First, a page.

That works fine among continental European countries where legal systems, based on Roman law, leave little role for precedent or the judge’s discretion. You can look up the rules on a website and apply them. But it is anathema in places such as England, where the system favours a thorough (and often expensive) investigation of the details of each case, and then lets judges decide according to previous cases and English law.
Another snag is that what may suit middle-class expatriates in Brussels (who just happened to be the people drafting Rome III) may not suit, for example, a mixed marriage that has mainly been based in a country, perhaps not even an EU member, with a sharply different divorce law. Swedish politicians don’t like the idea that their courts would be asked to enforce marriage laws based on, say, Islamic sharia.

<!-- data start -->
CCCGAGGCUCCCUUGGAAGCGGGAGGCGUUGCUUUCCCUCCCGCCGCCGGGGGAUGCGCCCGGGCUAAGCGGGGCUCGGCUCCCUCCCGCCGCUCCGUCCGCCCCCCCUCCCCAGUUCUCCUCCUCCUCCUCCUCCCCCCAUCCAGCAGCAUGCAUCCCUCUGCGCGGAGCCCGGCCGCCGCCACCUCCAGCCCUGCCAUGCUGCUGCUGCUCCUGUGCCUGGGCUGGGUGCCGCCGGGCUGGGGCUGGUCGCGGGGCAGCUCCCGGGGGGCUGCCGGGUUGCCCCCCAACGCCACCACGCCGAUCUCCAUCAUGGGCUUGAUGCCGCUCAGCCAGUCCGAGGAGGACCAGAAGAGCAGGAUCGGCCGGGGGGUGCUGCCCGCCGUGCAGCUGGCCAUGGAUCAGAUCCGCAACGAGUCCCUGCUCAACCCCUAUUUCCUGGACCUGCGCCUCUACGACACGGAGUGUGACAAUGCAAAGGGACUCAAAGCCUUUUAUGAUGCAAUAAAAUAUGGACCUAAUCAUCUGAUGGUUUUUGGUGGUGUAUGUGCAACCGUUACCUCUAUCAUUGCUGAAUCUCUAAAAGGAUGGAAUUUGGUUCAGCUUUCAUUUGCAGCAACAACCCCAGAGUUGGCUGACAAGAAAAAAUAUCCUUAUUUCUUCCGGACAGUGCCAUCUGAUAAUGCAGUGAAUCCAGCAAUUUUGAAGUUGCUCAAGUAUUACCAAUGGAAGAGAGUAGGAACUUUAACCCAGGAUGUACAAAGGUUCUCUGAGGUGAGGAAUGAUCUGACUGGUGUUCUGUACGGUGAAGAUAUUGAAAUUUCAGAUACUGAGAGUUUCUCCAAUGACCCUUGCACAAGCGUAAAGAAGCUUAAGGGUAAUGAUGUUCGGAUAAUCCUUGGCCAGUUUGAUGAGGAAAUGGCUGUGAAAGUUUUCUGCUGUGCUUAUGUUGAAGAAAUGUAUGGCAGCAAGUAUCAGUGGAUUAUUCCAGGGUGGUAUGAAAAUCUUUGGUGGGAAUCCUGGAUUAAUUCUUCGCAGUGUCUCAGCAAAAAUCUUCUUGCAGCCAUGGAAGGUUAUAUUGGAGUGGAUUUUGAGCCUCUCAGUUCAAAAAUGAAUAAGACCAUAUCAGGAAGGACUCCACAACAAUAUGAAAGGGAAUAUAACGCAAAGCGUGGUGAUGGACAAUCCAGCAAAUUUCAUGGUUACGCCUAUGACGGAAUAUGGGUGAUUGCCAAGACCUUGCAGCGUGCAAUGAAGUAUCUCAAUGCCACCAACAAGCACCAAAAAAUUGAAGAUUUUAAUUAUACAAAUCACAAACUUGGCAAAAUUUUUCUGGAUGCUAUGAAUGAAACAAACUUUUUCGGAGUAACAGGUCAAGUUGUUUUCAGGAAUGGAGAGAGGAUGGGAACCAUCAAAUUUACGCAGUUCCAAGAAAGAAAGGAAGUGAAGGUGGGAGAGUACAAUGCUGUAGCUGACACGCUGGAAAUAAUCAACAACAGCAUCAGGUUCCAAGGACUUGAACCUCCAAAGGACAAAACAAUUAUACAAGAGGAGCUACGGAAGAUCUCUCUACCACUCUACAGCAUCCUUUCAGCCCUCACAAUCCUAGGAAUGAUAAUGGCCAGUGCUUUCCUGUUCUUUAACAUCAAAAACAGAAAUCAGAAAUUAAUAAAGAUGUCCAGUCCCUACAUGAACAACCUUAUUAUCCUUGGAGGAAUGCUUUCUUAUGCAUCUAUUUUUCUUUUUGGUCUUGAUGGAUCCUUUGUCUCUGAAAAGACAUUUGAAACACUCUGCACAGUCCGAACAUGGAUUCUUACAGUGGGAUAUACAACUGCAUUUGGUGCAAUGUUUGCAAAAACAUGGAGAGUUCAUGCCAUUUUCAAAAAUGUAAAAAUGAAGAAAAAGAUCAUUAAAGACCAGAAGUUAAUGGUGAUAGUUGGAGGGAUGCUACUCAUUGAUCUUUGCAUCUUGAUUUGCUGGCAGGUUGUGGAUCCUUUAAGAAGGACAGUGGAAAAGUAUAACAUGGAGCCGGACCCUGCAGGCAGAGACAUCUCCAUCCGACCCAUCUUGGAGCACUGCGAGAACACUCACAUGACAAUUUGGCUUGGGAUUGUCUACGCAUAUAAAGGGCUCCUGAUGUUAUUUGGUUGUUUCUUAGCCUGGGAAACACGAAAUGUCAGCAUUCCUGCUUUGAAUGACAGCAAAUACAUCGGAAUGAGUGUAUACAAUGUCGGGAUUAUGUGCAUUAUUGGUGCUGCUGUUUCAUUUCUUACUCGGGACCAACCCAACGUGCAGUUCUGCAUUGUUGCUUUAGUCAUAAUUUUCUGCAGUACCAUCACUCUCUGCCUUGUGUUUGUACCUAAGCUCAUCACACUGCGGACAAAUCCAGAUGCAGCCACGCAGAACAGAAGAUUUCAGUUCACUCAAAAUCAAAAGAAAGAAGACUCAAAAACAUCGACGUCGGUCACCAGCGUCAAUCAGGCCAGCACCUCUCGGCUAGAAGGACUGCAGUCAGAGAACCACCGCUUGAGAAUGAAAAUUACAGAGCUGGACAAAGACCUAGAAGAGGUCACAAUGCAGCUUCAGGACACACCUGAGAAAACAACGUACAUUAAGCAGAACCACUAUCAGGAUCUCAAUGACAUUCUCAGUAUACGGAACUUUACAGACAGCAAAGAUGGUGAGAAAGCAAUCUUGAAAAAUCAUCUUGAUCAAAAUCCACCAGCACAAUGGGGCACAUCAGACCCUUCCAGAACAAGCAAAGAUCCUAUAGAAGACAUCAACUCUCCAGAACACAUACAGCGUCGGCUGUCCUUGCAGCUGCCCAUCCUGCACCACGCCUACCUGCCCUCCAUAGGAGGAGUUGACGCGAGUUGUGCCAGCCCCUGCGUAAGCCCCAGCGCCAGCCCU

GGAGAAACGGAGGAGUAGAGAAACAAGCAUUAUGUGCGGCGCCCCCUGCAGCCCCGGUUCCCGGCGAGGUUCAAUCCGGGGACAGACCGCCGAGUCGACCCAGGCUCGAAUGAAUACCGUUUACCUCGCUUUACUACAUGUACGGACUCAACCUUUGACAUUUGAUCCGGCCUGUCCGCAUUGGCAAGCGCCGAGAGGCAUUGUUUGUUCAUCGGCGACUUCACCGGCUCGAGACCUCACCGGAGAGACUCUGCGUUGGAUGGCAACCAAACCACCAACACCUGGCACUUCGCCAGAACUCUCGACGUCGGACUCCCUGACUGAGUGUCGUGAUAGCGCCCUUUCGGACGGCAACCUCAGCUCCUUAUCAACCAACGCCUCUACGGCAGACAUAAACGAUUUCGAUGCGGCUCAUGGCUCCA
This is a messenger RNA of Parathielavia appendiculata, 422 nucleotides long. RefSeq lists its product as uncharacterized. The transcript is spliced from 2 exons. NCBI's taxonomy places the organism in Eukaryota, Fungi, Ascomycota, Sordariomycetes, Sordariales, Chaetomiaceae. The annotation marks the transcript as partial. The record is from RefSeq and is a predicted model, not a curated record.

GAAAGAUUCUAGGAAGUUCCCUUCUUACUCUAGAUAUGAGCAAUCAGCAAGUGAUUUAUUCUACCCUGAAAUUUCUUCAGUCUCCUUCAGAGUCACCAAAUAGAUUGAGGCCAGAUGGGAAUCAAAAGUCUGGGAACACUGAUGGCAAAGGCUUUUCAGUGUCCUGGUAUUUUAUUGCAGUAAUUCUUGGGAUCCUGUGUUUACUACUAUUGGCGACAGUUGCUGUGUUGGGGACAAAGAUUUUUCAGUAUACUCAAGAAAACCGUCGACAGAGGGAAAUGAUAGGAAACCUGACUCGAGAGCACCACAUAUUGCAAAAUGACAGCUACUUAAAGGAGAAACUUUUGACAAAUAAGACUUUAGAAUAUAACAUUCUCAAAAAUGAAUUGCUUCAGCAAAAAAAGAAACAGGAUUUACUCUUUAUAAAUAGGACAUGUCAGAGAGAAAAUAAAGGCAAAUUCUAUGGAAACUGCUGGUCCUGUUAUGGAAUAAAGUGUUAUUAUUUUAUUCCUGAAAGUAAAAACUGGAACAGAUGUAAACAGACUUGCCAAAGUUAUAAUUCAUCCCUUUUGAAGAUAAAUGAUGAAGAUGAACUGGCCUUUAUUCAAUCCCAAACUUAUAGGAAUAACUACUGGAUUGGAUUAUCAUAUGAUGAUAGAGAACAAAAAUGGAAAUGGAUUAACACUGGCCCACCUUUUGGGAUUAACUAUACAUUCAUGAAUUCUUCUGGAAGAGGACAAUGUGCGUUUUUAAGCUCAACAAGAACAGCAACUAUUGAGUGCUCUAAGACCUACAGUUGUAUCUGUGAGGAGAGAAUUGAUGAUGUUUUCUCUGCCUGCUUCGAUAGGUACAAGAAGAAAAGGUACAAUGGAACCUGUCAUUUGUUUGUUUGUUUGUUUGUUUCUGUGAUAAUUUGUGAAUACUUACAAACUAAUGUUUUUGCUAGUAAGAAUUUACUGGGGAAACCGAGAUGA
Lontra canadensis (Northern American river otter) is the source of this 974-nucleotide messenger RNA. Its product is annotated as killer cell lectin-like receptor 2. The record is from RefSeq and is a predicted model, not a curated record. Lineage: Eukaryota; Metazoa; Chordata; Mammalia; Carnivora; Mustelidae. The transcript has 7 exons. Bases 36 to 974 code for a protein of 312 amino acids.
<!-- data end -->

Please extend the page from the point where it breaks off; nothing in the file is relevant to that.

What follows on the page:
The threat of vetoes from Sweden and like-minded countries has blocked Rome III. But a group of nine countries, led by Spain and France, is going ahead. They are resorting to a provision in EU rules—never before invoked—called “enhanced co-operation”. This sets a precedent for a “multi-speed” Europe in which like-minded countries are allowed to move towards greater integration, rather than seeking a “big-bang” binding treaty that scoops up the willing and unwilling alike. Some countries worry that using enhanced co-operation will create unmanageable layers of complexity, with EU law replaced by multiple ad hoc agreements.